By Mabel Soriano, 11th Grade
In a previous article, I discussed the biological processes that occur when we sleep. I explained why we sleep during the night and stay awake during the day, and went into full detail about our circadian rhythms. After such extensive research, I wanted to tackle another important question regarding sleep: do we sleep enough? I plan on answering that question throughout the following article.
Personally, I don’t sleep much, or at least, I sleep less than I should. Obviously, I’m aware of the importance of sleep as most of us do, but what impedes us to maintain healthy sleeping habits? Well, a questionnaire was sent out to teenagers from the ages of fourteen to eighteen throughout multiple high schools with the goal of analyzing their sleep tendencies and arriving at a conclusion.
With ninety-four responses, 43.55% of the adolescents said that they sleep approximately four to six hours per night, which is less than the recommended amount by the World Health Organization–a minimum of eight hours. From the data collected, 53% sleep less than six hours two to three times per week. This information is incredibly important because studies have shown that lost sleep gets accumulated over time and it’s not easy to recover. It takes four nights in a row of sleeping the recommended amount to catch up with just one lost hour of sleep. Try doing the math: it’s basically impossible to recover all those sleepless nights that the students are losing because we’re talking about a routine. Each week, they lose roughly six hours of sleep that would take twenty-four nights in a row to recover. Yeah, not happening!
Other interesting data that was drawn were the reasons as to why these high school students are lacking sleep. Parents, beware because it’s not “bad time management” as I’m sure you have implied on multiple occasions, rather, 45% of the students reveal that they have too many responsibilities. Moreover, 55% suggest that they have too much homework. Huh, interesting, right?
Lastly, the teenagers were asked how long it takes them to fall asleep. To this, the majority responded between ten and fifteen minutes. Now, this is a little bit confusing because that is the average range that a person with healthy sleep habits should take. According to doctors, a person who falls asleep under ten minutes is sleep deprived. Therefore, this answer technically suggests that these teenagers possess good sleep health, yet they are on average sleeping less than the recommended. Plus, 60% of the students claimed to be worried about their sleep patterns. This engenders the question: at what point is not sleeping referred to as sleep deprivation?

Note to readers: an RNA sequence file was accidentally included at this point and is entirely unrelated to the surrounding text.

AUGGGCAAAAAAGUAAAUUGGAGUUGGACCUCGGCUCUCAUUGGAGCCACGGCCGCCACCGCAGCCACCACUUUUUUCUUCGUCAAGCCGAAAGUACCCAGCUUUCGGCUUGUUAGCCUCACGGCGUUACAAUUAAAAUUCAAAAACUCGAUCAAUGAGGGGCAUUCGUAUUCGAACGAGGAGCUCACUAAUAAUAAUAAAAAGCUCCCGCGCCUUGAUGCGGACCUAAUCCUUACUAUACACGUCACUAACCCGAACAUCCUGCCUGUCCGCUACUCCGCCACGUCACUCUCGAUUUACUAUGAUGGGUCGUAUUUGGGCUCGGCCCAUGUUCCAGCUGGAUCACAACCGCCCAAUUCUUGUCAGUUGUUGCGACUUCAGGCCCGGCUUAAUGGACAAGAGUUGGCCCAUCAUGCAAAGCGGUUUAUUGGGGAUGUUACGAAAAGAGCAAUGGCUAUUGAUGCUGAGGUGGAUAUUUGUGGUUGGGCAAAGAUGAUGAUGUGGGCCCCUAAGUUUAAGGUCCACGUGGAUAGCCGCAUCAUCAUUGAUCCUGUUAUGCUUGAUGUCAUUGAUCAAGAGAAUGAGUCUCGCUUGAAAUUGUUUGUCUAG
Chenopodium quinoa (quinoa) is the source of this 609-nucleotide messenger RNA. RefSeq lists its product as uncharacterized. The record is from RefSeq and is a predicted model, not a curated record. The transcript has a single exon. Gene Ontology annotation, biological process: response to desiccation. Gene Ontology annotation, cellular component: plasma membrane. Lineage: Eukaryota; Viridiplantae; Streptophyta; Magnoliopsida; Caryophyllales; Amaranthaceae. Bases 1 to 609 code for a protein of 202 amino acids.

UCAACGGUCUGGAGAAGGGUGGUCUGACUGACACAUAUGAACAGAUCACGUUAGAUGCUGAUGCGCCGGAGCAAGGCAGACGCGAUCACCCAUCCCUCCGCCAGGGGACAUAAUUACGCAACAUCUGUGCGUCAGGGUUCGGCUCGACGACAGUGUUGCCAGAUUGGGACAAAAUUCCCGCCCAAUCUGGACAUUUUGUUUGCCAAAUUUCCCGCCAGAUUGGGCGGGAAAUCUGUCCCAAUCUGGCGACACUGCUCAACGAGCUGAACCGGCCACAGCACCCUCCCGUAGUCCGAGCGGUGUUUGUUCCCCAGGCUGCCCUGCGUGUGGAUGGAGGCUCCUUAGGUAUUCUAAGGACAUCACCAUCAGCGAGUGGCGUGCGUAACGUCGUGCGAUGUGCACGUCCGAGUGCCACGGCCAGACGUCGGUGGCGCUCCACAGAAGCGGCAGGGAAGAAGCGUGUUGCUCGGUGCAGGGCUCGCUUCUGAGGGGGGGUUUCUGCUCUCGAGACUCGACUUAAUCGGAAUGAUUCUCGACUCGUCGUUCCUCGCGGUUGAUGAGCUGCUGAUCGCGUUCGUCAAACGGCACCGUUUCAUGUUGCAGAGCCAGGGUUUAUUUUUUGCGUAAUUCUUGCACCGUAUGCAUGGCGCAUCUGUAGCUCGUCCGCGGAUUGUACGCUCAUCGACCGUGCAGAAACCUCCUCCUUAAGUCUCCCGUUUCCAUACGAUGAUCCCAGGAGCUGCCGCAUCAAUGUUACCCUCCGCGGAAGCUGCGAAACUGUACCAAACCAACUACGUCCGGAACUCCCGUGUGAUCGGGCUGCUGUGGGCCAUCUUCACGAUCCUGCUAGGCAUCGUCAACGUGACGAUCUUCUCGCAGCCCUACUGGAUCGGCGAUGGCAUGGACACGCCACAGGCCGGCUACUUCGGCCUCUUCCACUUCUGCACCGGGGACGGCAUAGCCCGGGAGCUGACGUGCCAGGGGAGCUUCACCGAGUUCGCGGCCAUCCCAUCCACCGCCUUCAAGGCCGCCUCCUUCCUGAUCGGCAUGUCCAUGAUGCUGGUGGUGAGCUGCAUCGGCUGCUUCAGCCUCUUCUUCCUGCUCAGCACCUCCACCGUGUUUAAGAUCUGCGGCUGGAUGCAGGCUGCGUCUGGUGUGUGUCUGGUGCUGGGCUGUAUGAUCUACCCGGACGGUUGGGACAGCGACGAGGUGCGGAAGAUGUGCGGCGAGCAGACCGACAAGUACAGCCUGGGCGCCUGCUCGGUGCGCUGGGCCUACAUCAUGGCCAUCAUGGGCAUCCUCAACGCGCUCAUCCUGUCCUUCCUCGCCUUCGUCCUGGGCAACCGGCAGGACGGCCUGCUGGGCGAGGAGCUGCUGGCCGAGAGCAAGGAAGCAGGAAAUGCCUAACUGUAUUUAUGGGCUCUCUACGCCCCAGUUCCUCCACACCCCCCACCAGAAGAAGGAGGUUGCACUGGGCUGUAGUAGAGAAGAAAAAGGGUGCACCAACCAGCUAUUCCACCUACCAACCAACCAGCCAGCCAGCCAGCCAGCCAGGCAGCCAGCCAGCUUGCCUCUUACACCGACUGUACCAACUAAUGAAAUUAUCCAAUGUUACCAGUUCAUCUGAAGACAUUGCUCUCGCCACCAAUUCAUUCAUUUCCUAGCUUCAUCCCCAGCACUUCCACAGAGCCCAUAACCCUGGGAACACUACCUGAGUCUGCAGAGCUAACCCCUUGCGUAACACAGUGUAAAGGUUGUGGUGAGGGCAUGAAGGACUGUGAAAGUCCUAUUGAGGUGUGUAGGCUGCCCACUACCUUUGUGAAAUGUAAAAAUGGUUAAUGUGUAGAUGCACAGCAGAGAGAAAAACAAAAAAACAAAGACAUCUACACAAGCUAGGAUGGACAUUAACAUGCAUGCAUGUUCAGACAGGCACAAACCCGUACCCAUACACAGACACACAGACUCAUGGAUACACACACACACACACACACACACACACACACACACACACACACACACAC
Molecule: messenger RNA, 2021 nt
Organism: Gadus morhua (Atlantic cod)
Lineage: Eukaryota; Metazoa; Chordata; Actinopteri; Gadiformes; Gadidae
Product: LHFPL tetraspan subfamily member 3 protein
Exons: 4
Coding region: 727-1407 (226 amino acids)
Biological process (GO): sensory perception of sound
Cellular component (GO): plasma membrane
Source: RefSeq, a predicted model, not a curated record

When we get less sleep than needed—remember those eight hours— or no sleep at all, it’s called sleep deprivation. Yes, even if I sleep seven hours and fifty-five minutes, I will still be considered sleep-deprived. It’s important to understand that our circadian cycle is extremely sensitive and our body heavily relies on the proper functioning of this. For most people, a few hours of lost sleep isn’t a cause for concern. Nonetheless, frequent or prolonged sleep deprivation can cause serious health issues. Lack of sleep can lead to poor cognitive function, increased inflammation, and reduced immune function. Besides, it increases our risks for chronic diseases.
Nowadays, teenagers are being raised within the hustle culture–the state of overworking to the point that it becomes a lifestyle. This is toxic behavior because to be in a “go hard or go home” mindset puts the body under constant stress. It is unhealthy and unrealistic to set 24/7 tasks in order to be productive. Humans need rest. Actually, no. All living things need a break. The hustle culture is influencing our lack of respect towards our bodies; we barely sleep, eat whatever we can find, and these high levels of stress are harmful to our health. As future professionals and citizens of this community, we have the responsibility to take care of ourselves first. I know it’s hard–believe me, I deal with this predicament on a daily basis–but it’s necessary. Younger generations are being raised with the mindset of “sleeping when they are dead”. Guess what? If we don’t sleep then we’ll probably be dead very soon because of negligence and stubbornness. Health is the most important thing that exists, so please, I exhort all of us to take care of it.
Ultimately, sometimes we will need to make sacrifices because of our well-being, and there is nothing wrong with that. We just need to find an effective school/rest balance: Sleep in, workout, take a break. We deserve it.
- Arfa, A. (2021, September 1). The Truth About the Hustle Culture. Taylor’s University. from:
- Ducharme, J. (2019, March 4). Can You Really Catch Up on Lost Sleep? Here’s What the Science Says. Time. from: https://time.com/5541101/how-to-catch-up-on-sleep/
- Nunez, K. (2020, May 26). The 5 Stages of Sleep Deprivation. Healthline. from: https://www.healthline.com/health/sleep-deprivation/sleep-deprivation-stages
- Jiang, K. (2020, June 4). Study reveals gut’s role in causing death by sleep deprivation. Harvard Gazette. from: https://news.harvard.edu/gazette/story/2020/06/study-reveals-guts-role-in-causing-death-by-sleep-deprivation/